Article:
Today, Heathrow Airport took a major step towards developing an airport cargo community with the introduction of the ‘Heahtrow CargoCloud’. Next month, the airport will test the waters for cargo community participation by piloting a load consolidation app developed by Belgium-based data sharing platform, Nallian (which also powers Brussels Airport’s BRUCloud and Port of Antwerp’s NxtPort).
Although once unique to just a few airports, the airport cargo community concept is beginning to catch on, even at airports where it has previously been considered impossible – like at Heathrow. This is an important trend for all stakeholders in the air freight industry to follow, because the cargo community concept offers an alternative approach and potential solutions to improving the value proposition, reliability, and efficiency of the air freight mode of transportation through collaboration.
Just one year ago, management at Heathrow saw little chance of a cargo community developing at the UK’s largest air freight gateway. In May 2016, Nick Platts, head of cargo at LHR spoke at a Multimodal event in Birmingham where he completely dismissed the possibility a cargo community forming in the near-term. “No one talks to each other in the UK. There is no collaboration.” Although Platts personally supported the concept, at the time he saw no evidence of a community forming.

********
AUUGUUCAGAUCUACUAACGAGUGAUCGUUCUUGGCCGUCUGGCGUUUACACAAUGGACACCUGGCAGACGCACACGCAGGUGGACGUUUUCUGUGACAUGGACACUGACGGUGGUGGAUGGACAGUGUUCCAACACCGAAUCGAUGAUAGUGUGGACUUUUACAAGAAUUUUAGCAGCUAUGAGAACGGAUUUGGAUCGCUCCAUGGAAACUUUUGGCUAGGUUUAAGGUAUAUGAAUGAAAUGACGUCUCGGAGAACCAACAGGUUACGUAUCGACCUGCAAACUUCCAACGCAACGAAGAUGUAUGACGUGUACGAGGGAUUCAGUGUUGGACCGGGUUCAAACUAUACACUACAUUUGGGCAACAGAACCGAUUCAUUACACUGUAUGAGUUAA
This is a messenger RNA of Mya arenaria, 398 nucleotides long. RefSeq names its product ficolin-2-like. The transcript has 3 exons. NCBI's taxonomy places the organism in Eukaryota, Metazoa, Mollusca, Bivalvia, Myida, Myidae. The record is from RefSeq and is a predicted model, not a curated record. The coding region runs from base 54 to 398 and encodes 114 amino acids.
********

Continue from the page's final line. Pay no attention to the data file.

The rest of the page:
Fast-forward ahead to the present, and that is about to change. Starting next month, shippers, freight forwarders and trucking companies will begin piloting a load matching app which matches loads to spare capacity. If the app gains traction, and stakeholders actively participate, the potential to improve load factors, reduce the number of cargo trucks on the road around Heathrow, and ultimately reduce transportation costs for forwarders is huge.
The long-term implications are potentially greater, as cargo communities offer stakeholders the ability to unite around initiatives without “wearing the hat” of a single function in the supply chain. If trucking companies attempt to pursue a traffic-reduction initiative without participation from shippers and freight forwarders, it would be nearly impossible. Uniting multiple parties around a cloud-based community, and allowing them to securely share data and collaborate, however, is a much more promising approach. And all stakeholders stand to gain. After all, trucking companies want higher load factors, freight forwarders want cheaper rates, and the shipper wants faster service at the best possible price.
But load-matching is only the first app, there are dozens of other initiatives which similar apps could begin to tackle. Think about e-commerce. Scheduled cargo carriers salivate over the volumes generated through e-commerce platforms, but then they sit on the sidelines as most of the traffic is siphoned off into integrator and postal networks. Many of the resources an integrator has access to are present at many of the world’s major air cargo gateways, though the companies that control them are fragmented, and operate independently of one another. Cargo communities could better unite these resources.
Those interested in learning more about how cargo communities are cooperating to deliver quality, are invited to join us at this year’s Cargo Facts Symposium, to be held 2-4 October, at the Ritz-Carlton on Miami’s South Beach. Speakers from various links in the chain will join a panel discussion which will explore challenges associated with establishing an airport cargo community, as well as the potential benefits of doing so. For more information, or to register, visit www.cargofactssymposium.com